- ALTHOUGH OFTEN CHALLENGING, A WITNESS SHOULD NOT LOSE HIS TEMPER.
- BE COURTEOUS, ANSWERING “YES, SIR,” AND “NO, SIR” WHILE ADDRESSING THE JUDGE AS “YOUR HONOR.”
- A WITNESS SHOULD AVOID UNDIGNIFIED AND DISTRACTING BEHAVIOR.
- A WITNESS SHOULD DRESS NEATLY BUT SHOULD NOT OVERDRESS.
- WHILE ACKNOWLEDGING CROSS-CULTURAL DIFFERENCES, THE LAWYER SHOULD BE REASSURING AND ENCOURAGE THE WITNESS TO LOOK AT THE JUDGE DIRECTLY AS MUCH AS POSSIBLE.
- THE LAWYER SHOULD MAKE SURE THAT THE WITNESS UNDERSTANDS THE JUDGE’S INSTRUCTIONS, PARTICULARLY THOSE RELATING TO ANY INTERACTION WITH THE INTERPRETER.
- THE LAWYER SHOULD PREPARE THE WITNESS FOR ALL FORESEEABLE QUESTIONS ON CROSS-EXAMINATION. IN FACT, THE WITNESS SHOULD BE ASKED AS MANY OF THOSE QUESTIONS AS POSSIBLE, PROACTIVELY, ON DIRECT EXAMINATION.
- A LAWYER SHOULD NEVER ASK A WITNESS A QUESTION WHOSE ANSWER IS UNKNOWN TO THE LAWYER.
- PREPARING FOR HEARINGS—IT’S NEVER TOO EARLY TO RETAIN AN ATTORNEY AND OBTAIN SUPPORTING EVIDENCE
Well qualified immigration attorneys know, and their clients soon learn that exhaustive efforts must be undertaken to obtain a wide array of documentation in support of applications for relief in advance of Immigration Court hearings. Even if a final hearing is not scheduled until sometime far into the future, now is the time for clients to begin to gather proof of events or health conditions from the past as well as present circumstances including tax returns.
Additionally, court dockets and scheduling can change unforeseeably, advancing different categories of cases while delaying others. Whether due to the COVID-19 virus, changing political priorities, or changes in the law, both attorneys and clients need to be vigilant and always with an eye to preparing for the next step in a case. While it is true that some types of evidence will need to be updated as a far-off hearing date approaches, there will always be a need to document present events and circumstances. Therefore, it is advisable for attorneys (and staff) and their clients to remain in contact and working together.
Moreover, especially in this era, in which the Trump administration has ramped up enforcement initiatives, issued restrictive Proclamations, Executive Orders, and new regulations, all foreign nationals without permanent resident status, whether or not scheduled for an Immigration Court hearing, need to obtain the advice of a qualified immigration attorney. Moreover, if possible, all such at-risk immigrants should retain an attorney to assure that they have an advocate ready to represent them at a moment’s notice even if there is no case currently pending against them. We are all living in dangerous times, especially immigrants who are the unfortunate targets of a desperate administration in fear of the upcoming presidential election.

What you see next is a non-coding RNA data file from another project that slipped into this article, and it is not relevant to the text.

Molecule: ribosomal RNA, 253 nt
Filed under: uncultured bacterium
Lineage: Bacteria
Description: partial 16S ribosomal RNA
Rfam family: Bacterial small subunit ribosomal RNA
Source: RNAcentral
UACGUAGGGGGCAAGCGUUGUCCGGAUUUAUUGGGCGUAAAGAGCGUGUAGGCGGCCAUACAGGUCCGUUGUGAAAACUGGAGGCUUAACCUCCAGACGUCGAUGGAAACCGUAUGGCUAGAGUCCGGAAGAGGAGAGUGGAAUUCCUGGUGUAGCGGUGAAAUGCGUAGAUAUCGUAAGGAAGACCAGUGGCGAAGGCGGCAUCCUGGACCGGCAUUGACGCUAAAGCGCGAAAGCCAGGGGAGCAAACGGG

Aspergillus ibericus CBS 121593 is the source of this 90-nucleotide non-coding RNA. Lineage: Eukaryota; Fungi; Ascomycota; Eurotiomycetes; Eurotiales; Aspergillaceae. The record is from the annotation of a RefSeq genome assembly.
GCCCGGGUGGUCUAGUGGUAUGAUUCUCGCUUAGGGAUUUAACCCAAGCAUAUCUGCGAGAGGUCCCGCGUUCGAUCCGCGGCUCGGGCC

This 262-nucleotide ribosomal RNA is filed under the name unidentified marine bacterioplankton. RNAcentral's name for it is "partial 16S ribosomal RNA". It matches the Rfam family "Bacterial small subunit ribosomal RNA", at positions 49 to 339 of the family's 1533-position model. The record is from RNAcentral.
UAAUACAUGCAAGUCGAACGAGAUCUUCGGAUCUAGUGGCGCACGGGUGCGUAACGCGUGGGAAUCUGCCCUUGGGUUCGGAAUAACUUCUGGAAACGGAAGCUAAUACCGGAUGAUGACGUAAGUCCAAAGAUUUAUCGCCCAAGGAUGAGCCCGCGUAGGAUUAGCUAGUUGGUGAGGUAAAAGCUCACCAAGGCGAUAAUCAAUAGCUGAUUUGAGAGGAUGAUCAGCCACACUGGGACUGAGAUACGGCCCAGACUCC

BONUS POLICY ALERT:
ON JUNE 15, 2020, THE DEPARTMENT OF HOMELAND SECURITY AND THE JUSTICE DEPARTMENT’S EXECUTIVE OFFICE FOR IMMIGRATION REVIEW (EOIR) PUBLISHED LENGTHY AND WIDE-RANGING PROPOSED REGULATIONS IN AN EFFORT TO REVISE AND SEVERELY RESTRICT ELIGIBILITY FOR ASYLUM, WITHHOLDING, AND PROTECTION UNDER THE CONVENTION AGAINST TORTURE (CAT).
THE PUBLIC, INCLUDING IMMIGRANT ADVOCACY ORGANIZATIONS, HAVE 30 DAYS TO OFFER COMMENTS, FOLLOWING WHICH THE GOVERNMENT WILL PUBLISH A FINAL REGULATION THAT WILL IMMEDIATELY BE CHALLENGED IN COURT.
THROUGH THIS BLOG AND THE ATTORNEYS AT SOLOW, ISBELL & PALLADINO, LLC, WE WILL KEEP CLIENTS, PROSPECTIVE CLIENTS, AND THE COMMUNITY AT LARGE APPRISED OF DEVELOPMENTS CONCERNING THIS PROPOSED REGULATION. SHOULD YOU HAVE ANY IMMEDIATE QUESTIONS OR CONCERNS, PLEASE FEEL FREE TO SCHEDULE A CONSULTATION WITH ONE OF OUR ATTORNEYS.
Thank you for taking the time to consider the important issues and suggestions discussed in this submission.
Hon. Charles M. Honeyman (Retired) joined Solow, Isbell & Palladino, LLC as Of Counsel in March 2020, after more than 24 years of service as an Immigration Judge. Following his retirement, Judge Honeyman has remained active in the field of immigration law through writing, speaking, teaching at CLEs, and offering strategic litigation counsel, and advising academic scholars conducting research on immigration-related topics. Judge Honeyman is a retired member of the National Association of Immigration Judges (NAIJ), a member of the prestigious Roundtable of Former Immigration Judges, and has rejoined AILA. Judge Honeyman is a member of the Maryland (active) and Pennsylvania bars and was formerly a member of the New Jersey bar.